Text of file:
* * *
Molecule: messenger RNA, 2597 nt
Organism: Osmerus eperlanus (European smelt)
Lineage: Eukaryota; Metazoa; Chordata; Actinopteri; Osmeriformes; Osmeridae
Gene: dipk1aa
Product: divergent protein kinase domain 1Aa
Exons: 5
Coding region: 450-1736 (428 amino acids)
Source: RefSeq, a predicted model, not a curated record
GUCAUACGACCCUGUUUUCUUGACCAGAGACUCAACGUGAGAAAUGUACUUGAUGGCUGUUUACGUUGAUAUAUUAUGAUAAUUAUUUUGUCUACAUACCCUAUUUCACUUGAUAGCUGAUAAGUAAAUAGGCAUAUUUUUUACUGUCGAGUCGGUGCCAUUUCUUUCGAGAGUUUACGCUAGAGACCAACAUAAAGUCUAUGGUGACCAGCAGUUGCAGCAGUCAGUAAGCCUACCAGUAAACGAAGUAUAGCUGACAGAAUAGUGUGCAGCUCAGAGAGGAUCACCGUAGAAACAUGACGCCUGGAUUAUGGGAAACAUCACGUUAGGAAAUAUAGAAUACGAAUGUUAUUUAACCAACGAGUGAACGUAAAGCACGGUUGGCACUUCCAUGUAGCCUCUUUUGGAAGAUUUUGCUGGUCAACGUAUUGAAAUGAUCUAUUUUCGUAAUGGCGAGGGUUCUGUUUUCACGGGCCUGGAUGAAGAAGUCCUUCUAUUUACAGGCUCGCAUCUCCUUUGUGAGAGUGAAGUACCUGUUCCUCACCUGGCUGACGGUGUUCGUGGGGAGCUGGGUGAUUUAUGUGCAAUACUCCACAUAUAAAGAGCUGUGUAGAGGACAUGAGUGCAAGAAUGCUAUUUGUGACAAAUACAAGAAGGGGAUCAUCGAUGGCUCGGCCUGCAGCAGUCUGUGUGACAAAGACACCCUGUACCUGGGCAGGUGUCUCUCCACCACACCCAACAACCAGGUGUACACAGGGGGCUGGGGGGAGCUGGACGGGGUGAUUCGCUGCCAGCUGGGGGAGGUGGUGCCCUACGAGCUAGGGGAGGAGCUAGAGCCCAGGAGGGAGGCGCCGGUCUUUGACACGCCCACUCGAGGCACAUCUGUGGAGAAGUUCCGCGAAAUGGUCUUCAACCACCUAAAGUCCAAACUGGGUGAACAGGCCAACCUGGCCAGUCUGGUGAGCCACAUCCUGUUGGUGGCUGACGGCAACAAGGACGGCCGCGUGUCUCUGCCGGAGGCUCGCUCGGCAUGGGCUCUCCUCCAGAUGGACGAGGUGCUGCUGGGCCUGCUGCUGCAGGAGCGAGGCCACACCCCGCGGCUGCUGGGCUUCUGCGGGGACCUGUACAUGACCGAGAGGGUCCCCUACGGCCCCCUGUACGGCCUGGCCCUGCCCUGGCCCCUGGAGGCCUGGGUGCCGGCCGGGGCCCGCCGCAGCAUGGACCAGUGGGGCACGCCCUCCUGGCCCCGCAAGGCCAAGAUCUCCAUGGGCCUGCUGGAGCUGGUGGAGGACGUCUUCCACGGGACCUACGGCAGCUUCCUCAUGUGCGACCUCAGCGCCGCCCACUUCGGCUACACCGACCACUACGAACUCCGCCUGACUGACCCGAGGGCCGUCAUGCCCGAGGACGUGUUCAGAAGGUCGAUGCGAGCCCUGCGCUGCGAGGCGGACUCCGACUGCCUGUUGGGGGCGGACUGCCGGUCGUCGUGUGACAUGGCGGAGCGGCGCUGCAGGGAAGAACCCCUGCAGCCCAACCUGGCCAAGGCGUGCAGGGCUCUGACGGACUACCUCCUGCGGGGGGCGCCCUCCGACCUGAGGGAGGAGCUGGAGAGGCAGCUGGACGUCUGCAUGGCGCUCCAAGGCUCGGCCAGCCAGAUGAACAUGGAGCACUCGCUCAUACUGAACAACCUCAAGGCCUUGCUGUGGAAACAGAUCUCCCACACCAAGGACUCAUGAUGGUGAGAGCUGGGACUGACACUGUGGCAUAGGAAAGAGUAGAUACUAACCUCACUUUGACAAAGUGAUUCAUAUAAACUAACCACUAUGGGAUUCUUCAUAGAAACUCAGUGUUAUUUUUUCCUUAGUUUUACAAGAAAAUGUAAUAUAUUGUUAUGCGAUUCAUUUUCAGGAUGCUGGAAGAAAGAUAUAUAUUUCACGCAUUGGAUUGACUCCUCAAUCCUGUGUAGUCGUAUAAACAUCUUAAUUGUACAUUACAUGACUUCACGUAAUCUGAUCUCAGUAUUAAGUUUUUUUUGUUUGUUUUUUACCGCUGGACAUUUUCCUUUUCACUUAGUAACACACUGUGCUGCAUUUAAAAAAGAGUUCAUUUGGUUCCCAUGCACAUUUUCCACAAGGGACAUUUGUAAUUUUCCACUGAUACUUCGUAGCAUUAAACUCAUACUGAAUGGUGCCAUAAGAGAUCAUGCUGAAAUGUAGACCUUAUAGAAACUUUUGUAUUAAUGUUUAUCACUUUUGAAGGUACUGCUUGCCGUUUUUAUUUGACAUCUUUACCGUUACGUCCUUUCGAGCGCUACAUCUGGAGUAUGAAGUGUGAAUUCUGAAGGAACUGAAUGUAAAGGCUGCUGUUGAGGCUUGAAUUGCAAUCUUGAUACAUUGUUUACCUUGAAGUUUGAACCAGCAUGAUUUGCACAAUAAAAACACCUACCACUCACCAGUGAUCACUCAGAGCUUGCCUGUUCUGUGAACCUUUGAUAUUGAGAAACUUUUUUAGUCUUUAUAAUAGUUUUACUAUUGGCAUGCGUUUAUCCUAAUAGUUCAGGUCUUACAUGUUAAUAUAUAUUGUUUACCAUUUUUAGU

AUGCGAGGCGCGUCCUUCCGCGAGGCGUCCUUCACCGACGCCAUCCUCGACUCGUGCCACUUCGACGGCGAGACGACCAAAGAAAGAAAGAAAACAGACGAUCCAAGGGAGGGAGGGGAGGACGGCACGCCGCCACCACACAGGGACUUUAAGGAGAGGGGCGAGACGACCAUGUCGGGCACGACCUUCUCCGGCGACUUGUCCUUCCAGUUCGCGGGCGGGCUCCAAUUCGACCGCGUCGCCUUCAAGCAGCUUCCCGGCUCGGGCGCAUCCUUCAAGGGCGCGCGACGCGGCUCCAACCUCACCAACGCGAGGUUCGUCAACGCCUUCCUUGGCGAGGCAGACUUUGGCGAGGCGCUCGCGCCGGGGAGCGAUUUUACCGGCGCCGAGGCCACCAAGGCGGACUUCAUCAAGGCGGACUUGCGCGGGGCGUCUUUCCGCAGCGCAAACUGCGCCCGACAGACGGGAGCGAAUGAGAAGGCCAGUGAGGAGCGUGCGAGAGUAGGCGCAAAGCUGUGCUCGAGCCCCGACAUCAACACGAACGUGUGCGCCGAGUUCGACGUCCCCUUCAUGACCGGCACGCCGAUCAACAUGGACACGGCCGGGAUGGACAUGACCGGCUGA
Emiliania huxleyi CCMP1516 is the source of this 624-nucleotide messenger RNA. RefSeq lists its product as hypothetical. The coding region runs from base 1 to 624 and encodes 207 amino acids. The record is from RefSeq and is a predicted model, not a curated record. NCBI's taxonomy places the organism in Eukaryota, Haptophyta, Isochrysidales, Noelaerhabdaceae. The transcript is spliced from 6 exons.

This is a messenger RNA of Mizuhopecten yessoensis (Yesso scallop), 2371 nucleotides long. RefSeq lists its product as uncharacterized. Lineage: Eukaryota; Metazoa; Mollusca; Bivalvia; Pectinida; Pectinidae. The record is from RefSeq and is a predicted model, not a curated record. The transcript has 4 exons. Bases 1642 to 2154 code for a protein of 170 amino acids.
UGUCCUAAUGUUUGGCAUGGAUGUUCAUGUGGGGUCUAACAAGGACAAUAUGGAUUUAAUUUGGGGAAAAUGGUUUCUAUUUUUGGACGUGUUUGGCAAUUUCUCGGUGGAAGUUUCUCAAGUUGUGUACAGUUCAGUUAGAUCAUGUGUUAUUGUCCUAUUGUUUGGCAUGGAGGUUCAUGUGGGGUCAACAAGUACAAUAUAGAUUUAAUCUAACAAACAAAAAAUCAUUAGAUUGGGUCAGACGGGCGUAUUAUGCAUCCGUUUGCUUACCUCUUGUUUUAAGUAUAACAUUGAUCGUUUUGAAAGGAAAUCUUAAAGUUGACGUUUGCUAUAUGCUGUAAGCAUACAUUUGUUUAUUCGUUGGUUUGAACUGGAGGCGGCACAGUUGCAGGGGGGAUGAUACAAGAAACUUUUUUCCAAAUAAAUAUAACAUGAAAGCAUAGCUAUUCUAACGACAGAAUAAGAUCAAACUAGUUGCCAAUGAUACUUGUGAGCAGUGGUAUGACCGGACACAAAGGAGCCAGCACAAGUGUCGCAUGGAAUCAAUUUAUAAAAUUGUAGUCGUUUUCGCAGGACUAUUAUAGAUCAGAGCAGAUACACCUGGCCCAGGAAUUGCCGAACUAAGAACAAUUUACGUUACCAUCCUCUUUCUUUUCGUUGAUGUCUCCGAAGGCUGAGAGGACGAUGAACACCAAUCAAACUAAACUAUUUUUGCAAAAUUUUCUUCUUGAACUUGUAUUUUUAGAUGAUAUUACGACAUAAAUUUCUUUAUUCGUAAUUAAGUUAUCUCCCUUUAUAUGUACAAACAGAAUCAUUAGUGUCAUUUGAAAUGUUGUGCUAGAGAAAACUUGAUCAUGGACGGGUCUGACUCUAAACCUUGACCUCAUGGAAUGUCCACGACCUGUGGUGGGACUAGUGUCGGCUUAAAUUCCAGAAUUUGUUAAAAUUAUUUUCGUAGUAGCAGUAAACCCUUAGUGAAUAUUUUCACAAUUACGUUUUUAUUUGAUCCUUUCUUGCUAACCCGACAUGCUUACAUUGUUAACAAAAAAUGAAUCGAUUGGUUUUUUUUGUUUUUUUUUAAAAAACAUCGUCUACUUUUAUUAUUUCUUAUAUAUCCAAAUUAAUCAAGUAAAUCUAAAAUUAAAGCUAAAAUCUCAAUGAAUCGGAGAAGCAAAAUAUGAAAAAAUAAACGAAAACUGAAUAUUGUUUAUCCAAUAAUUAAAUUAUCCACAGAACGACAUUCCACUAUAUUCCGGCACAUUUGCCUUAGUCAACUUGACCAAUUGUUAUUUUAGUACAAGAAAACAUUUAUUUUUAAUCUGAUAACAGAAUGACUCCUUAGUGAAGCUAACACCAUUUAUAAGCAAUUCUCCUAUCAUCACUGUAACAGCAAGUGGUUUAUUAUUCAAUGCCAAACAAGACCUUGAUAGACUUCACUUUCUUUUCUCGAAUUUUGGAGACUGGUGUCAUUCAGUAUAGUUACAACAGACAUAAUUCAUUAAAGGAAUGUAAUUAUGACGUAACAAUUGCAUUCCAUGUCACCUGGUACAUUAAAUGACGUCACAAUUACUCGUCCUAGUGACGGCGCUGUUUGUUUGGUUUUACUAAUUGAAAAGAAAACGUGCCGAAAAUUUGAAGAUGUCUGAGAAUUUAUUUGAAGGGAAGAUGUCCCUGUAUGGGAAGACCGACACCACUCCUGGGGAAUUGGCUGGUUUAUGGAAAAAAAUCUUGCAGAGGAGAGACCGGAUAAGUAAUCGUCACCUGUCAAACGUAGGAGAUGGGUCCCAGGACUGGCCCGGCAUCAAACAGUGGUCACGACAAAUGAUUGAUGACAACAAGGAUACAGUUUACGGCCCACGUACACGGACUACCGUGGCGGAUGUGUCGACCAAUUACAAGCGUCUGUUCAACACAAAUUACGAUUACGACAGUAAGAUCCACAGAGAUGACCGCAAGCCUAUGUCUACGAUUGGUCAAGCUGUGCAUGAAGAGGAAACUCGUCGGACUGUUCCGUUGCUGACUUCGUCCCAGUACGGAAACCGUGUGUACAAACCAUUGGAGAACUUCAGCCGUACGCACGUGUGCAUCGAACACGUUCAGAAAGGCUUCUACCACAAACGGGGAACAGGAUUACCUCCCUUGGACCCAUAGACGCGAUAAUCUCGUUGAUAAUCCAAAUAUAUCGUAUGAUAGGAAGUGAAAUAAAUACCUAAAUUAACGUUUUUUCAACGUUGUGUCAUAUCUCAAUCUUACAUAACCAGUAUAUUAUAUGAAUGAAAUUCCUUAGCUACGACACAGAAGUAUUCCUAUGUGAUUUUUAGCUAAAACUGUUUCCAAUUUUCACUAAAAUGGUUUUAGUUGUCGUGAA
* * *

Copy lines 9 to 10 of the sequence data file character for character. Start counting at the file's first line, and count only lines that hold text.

GUCAUACGACCCUGUUUUCUUGACCAGAGACUCAACGUGAGAAAUGUACUUGAUGGCUGUUUACGUUGAUAUAUUAUGAUAAUUAUUUUGUCUACAUACCCUAUUUCACUUGAUAGCUGAUAAGUAAAUAGGCAUAUUUUUUACUGUCGAGUCGGUGCCAUUUCUUUCGAGAGUUUACGCUAGAGACCAACAUAAAGUCUAUGGUGACCAGCAGUUGCAGCAGUCAGUAAGCCUACCAGUAAACGAAGUAUAGCUGACAGAAUAGUGUGCAGCUCAGAGAGGAUCACCGUAGAAACAUGACGCCUGGAUUAUGGGAAACAUCACGUUAGGAAAUAUAGAAUACGAAUGUUAUUUAACCAACGAGUGAACGUAAAGCACGGUUGGCACUUCCAUGUAGCCUCUUUUGGAAGAUUUUGCUGGUCAACGUAUUGAAAUGAUCUAUUUUCGUAAUGGCGAGGGUUCUGUUUUCACGGGCCUGGAUGAAGAAGUCCUUCUAUUUACAGGCUCGCAUCUCCUUUGUGAGAGUGAAGUACCUGUUCCUCACCUGGCUGACGGUGUUCGUGGGGAGCUGGGUGAUUUAUGUGCAAUACUCCACAUAUAAAGAGCUGUGUAGAGGACAUGAGUGCAAGAAUGCUAUUUGUGACAAAUACAAGAAGGGGAUCAUCGAUGGCUCGGCCUGCAGCAGUCUGUGUGACAAAGACACCCUGUACCUGGGCAGGUGUCUCUCCACCACACCCAACAACCAGGUGUACACAGGGGGCUGGGGGGAGCUGGACGGGGUGAUUCGCUGCCAGCUGGGGGAGGUGGUGCCCUACGAGCUAGGGGAGGAGCUAGAGCCCAGGAGGGAGGCGCCGGUCUUUGACACGCCCACUCGAGGCACAUCUGUGGAGAAGUUCCGCGAAAUGGUCUUCAACCACCUAAAGUCCAAACUGGGUGAACAGGCCAACCUGGCCAGUCUGGUGAGCCACAUCCUGUUGGUGGCUGACGGCAACAAGGACGGCCGCGUGUCUCUGCCGGAGGCUCGCUCGGCAUGGGCUCUCCUCCAGAUGGACGAGGUGCUGCUGGGCCUGCUGCUGCAGGAGCGAGGCCACACCCCGCGGCUGCUGGGCUUCUGCGGGGACCUGUACAUGACCGAGAGGGUCCCCUACGGCCCCCUGUACGGCCUGGCCCUGCCCUGGCCCCUGGAGGCCUGGGUGCCGGCCGGGGCCCGCCGCAGCAUGGACCAGUGGGGCACGCCCUCCUGGCCCCGCAAGGCCAAGAUCUCCAUGGGCCUGCUGGAGCUGGUGGAGGACGUCUUCCACGGGACCUACGGCAGCUUCCUCAUGUGCGACCUCAGCGCCGCCCACUUCGGCUACACCGACCACUACGAACUCCGCCUGACUGACCCGAGGGCCGUCAUGCCCGAGGACGUGUUCAGAAGGUCGAUGCGAGCCCUGCGCUGCGAGGCGGACUCCGACUGCCUGUUGGGGGCGGACUGCCGGUCGUCGUGUGACAUGGCGGAGCGGCGCUGCAGGGAAGAACCCCUGCAGCCCAACCUGGCCAAGGCGUGCAGGGCUCUGACGGACUACCUCCUGCGGGGGGCGCCCUCCGACCUGAGGGAGGAGCUGGAGAGGCAGCUGGACGUCUGCAUGGCGCUCCAAGGCUCGGCCAGCCAGAUGAACAUGGAGCACUCGCUCAUACUGAACAACCUCAAGGCCUUGCUGUGGAAACAGAUCUCCCACACCAAGGACUCAUGAUGGUGAGAGCUGGGACUGACACUGUGGCAUAGGAAAGAGUAGAUACUAACCUCACUUUGACAAAGUGAUUCAUAUAAACUAACCACUAUGGGAUUCUUCAUAGAAACUCAGUGUUAUUUUUUCCUUAGUUUUACAAGAAAAUGUAAUAUAUUGUUAUGCGAUUCAUUUUCAGGAUGCUGGAAGAAAGAUAUAUAUUUCACGCAUUGGAUUGACUCCUCAAUCCUGUGUAGUCGUAUAAACAUCUUAAUUGUACAUUACAUGACUUCACGUAAUCUGAUCUCAGUAUUAAGUUUUUUUUGUUUGUUUUUUACCGCUGGACAUUUUCCUUUUCACUUAGUAACACACUGUGCUGCAUUUAAAAAAGAGUUCAUUUGGUUCCCAUGCACAUUUUCCACAAGGGACAUUUGUAAUUUUCCACUGAUACUUCGUAGCAUUAAACUCAUACUGAAUGGUGCCAUAAGAGAUCAUGCUGAAAUGUAGACCUUAUAGAAACUUUUGUAUUAAUGUUUAUCACUUUUGAAGGUACUGCUUGCCGUUUUUAUUUGACAUCUUUACCGUUACGUCCUUUCGAGCGCUACAUCUGGAGUAUGAAGUGUGAAUUCUGAAGGAACUGAAUGUAAAGGCUGCUGUUGAGGCUUGAAUUGCAAUCUUGAUACAUUGUUUACCUUGAAGUUUGAACCAGCAUGAUUUGCACAAUAAAAACACCUACCACUCACCAGUGAUCACUCAGAGCUUGCCUGUUCUGUGAACCUUUGAUAUUGAGAAACUUUUUUAGUCUUUAUAAUAGUUUUACUAUUGGCAUGCGUUUAUCCUAAUAGUUCAGGUCUUACAUGUUAAUAUAUAUUGUUUACCAUUUUUAGU

AUGCGAGGCGCGUCCUUCCGCGAGGCGUCCUUCACCGACGCCAUCCUCGACUCGUGCCACUUCGACGGCGAGACGACCAAAGAAAGAAAGAAAACAGACGAUCCAAGGGAGGGAGGGGAGGACGGCACGCCGCCACCACACAGGGACUUUAAGGAGAGGGGCGAGACGACCAUGUCGGGCACGACCUUCUCCGGCGACUUGUCCUUCCAGUUCGCGGGCGGGCUCCAAUUCGACCGCGUCGCCUUCAAGCAGCUUCCCGGCUCGGGCGCAUCCUUCAAGGGCGCGCGACGCGGCUCCAACCUCACCAACGCGAGGUUCGUCAACGCCUUCCUUGGCGAGGCAGACUUUGGCGAGGCGCUCGCGCCGGGGAGCGAUUUUACCGGCGCCGAGGCCACCAAGGCGGACUUCAUCAAGGCGGACUUGCGCGGGGCGUCUUUCCGCAGCGCAAACUGCGCCCGACAGACGGGAGCGAAUGAGAAGGCCAGUGAGGAGCGUGCGAGAGUAGGCGCAAAGCUGUGCUCGAGCCCCGACAUCAACACGAACGUGUGCGCCGAGUUCGACGUCCCCUUCAUGACCGGCACGCCGAUCAACAUGGACACGGCCGGGAUGGACAUGACCGGCUGA